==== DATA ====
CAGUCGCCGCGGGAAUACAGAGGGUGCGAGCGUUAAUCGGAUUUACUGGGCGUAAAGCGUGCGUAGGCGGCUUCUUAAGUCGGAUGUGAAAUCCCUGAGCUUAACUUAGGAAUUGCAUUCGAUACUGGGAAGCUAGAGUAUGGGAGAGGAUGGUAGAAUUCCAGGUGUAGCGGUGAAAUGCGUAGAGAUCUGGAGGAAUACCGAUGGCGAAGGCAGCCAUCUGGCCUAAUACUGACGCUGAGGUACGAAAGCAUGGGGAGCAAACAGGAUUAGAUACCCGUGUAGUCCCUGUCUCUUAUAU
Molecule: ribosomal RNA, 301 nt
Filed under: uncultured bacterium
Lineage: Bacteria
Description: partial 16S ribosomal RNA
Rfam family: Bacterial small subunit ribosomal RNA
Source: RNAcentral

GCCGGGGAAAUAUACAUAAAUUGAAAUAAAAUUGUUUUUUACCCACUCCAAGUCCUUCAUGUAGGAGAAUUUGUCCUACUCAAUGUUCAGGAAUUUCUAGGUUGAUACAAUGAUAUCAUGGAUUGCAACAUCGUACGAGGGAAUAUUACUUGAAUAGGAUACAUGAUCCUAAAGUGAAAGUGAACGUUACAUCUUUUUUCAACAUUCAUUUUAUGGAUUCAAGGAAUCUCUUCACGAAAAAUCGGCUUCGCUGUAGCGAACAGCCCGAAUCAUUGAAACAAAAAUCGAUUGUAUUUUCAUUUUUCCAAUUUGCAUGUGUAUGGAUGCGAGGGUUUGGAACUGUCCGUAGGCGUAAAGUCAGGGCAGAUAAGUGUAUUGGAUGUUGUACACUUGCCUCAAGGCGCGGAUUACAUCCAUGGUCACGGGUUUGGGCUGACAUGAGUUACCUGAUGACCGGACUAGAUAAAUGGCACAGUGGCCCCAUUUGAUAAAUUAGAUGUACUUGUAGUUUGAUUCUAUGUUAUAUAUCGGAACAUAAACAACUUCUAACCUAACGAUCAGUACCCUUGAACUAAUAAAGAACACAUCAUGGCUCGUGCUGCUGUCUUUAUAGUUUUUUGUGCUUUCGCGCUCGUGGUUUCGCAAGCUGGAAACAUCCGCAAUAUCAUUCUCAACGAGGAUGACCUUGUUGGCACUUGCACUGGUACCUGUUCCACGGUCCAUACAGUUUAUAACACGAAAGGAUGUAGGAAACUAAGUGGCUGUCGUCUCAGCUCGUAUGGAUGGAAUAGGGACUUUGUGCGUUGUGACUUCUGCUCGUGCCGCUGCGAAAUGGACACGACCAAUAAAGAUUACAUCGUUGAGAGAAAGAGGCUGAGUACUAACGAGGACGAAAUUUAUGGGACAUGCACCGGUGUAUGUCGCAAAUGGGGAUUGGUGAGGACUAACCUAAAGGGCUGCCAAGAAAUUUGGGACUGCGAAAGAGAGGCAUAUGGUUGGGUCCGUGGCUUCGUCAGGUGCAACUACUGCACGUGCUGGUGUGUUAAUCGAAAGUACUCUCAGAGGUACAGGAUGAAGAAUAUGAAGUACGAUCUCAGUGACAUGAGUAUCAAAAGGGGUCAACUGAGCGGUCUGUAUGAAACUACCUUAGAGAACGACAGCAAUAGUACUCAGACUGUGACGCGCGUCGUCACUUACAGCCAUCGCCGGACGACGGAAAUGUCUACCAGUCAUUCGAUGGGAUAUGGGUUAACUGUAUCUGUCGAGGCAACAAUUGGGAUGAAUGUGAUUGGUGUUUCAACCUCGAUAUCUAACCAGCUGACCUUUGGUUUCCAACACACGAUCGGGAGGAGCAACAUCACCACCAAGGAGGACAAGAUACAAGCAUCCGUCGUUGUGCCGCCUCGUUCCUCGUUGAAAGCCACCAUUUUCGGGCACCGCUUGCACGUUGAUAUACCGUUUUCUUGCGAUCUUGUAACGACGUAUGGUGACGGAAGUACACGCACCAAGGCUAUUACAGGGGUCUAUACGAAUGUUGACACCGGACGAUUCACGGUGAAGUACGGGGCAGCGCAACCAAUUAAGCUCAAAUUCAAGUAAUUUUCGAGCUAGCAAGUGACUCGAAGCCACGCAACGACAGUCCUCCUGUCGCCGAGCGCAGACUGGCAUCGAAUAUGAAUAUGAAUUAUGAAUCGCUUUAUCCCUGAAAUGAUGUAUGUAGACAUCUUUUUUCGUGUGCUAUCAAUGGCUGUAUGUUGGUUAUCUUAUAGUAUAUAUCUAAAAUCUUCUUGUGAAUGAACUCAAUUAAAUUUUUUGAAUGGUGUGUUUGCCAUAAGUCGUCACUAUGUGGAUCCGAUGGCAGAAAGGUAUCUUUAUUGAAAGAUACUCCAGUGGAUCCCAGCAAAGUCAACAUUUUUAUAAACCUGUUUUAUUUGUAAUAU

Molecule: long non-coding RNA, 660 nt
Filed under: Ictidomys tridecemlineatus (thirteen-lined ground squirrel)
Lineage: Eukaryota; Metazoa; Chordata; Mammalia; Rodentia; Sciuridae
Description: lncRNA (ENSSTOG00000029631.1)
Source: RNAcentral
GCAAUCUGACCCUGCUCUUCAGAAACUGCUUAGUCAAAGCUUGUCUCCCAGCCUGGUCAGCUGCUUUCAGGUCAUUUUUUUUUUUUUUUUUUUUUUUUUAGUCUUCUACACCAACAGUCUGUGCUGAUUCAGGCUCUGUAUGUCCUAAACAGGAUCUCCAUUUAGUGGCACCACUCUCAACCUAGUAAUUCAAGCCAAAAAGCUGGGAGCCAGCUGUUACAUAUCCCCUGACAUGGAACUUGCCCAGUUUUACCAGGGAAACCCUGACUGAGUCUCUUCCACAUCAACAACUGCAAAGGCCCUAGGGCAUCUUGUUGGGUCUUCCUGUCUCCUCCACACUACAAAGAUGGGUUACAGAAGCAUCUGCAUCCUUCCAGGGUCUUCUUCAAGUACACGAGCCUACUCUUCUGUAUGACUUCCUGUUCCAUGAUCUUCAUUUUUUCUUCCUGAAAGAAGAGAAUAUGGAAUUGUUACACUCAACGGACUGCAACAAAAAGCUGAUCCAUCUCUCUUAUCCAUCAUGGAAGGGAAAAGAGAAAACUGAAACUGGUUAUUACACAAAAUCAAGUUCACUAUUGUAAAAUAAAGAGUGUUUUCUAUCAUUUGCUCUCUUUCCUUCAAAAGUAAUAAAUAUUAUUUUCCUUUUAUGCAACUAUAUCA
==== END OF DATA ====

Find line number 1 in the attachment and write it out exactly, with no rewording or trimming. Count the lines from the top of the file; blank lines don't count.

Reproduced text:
CAGUCGCCGCGGGAAUACAGAGGGUGCGAGCGUUAAUCGGAUUUACUGGGCGUAAAGCGUGCGUAGGCGGCUUCUUAAGUCGGAUGUGAAAUCCCUGAGCUUAACUUAGGAAUUGCAUUCGAUACUGGGAAGCUAGAGUAUGGGAGAGGAUGGUAGAAUUCCAGGUGUAGCGGUGAAAUGCGUAGAGAUCUGGAGGAAUACCGAUGGCGAAGGCAGCCAUCUGGCCUAAUACUGACGCUGAGGUACGAAAGCAUGGGGAGCAAACAGGAUUAGAUACCCGUGUAGUCCCUGUCUCUUAUAU